Recently, I finished reading two books. The first was Shannon by Frank Delaney and I enjoyed that one a lot. I'm not sure whether the book takes its name from the river in Ireland or from the name of the main character, Father Robert Shannon. Father Shannon is of Irish descendant, an American hero who served in France during World War I. He returned to the United States with a case of shell shock, now called PTSD.
He'd made almost a full recovery when he came upon a secret within his church and involving the archbishop. That secret caused such a trauma that he relapsed, becoming a bare shell of a man. It's also caused him to question his faith. Father Anthony Sevovicz begins to work closely with Robert, hoping to bring him back to recovery. The archbishop proposes a trip to Ireland for Shannon, allowing him to trace his roots. But what is the real motive for the trip? Is it so Robert can heal or is it to keep him quiet about the secret?
One thing that fascinated me was that Delaney also explored the PTSD caused by parental abuse. There is a character called Vincent Patrick Ryan that suffered horrible abuse as a child. He finds himself unable to form attachments and is surrounded by cruelty and violence.
As Robert travels up the Shannon River in search of relatives, he meets many different people, kind, interesting people. He begins to heal again slowly.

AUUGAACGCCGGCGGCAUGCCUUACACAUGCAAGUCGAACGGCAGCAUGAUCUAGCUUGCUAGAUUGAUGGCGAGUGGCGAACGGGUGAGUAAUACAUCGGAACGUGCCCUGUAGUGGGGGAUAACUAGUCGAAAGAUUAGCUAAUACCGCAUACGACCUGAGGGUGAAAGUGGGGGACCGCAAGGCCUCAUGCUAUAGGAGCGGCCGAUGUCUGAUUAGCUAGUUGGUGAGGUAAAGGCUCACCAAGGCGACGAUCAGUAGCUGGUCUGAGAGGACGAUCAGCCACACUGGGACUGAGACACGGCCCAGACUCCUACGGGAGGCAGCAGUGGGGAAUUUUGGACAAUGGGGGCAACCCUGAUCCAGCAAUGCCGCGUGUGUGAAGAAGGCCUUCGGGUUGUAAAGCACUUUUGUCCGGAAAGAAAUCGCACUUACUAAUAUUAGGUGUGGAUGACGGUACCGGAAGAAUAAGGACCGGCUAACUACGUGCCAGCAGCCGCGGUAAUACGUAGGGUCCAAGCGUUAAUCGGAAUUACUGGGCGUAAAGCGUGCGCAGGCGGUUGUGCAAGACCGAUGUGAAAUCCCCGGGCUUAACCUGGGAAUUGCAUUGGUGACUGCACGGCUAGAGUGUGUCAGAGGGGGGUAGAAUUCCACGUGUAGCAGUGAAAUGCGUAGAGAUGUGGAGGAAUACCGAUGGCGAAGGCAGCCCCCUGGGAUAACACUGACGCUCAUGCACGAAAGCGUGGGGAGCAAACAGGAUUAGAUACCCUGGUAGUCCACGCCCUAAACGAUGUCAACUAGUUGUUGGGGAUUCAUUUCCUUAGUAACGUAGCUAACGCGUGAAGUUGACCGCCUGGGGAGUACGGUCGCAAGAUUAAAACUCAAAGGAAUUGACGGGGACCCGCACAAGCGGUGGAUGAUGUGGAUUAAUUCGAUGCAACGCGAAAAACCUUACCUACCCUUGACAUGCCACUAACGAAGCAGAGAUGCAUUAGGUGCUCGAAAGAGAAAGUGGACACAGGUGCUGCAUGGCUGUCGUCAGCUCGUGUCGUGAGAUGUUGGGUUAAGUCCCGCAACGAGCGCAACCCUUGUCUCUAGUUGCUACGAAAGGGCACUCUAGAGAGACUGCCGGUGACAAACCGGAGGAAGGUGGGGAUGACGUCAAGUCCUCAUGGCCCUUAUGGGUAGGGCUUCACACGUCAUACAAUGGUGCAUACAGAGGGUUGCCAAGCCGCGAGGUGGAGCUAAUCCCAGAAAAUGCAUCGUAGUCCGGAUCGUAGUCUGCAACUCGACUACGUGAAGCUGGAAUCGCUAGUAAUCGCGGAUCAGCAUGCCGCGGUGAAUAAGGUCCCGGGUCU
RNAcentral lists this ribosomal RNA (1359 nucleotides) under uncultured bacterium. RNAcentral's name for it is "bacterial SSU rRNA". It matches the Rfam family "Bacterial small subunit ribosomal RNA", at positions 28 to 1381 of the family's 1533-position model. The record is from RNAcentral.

I'll stop there so I don't give away too much. I just want to say that the book is very well written. Some of the passages are beautiful, like the country of Ireland, and some are very suspenseful!
I also read The Hunger Games by Suzanne Collins to see what all the fuss was about over the movie and the character Katniss Everdeen. I'm probably one of the few people who read it that didn't like it much. The story is set in the future, in the ruins of the United States. Now it's called Panem and is made up of twelve districts.
Apparently there was a rebellion against the central government, located in The Capitol (somewhere near the Rockies I think). The rebellion was put down and as punishment each of the districts have to send a boy and a girl between the ages of 12 and 18 to The Hunger Games every year. It's a televised event at which the participants are supposed to hunt and kill each other until there's one person left standing.
It could've been a great story in my opinion. The main reason I didn't like it, though, was that it was very superficial. I never felt connected to Katniss, the heroine. She just seemed like a cardboard character to me. The events that happened were predictable, which was disappointing. I would have liked a big surprise or a twist. It was all just too melodramatic for my taste. I don't plan to read the other two books in the series. Oh well.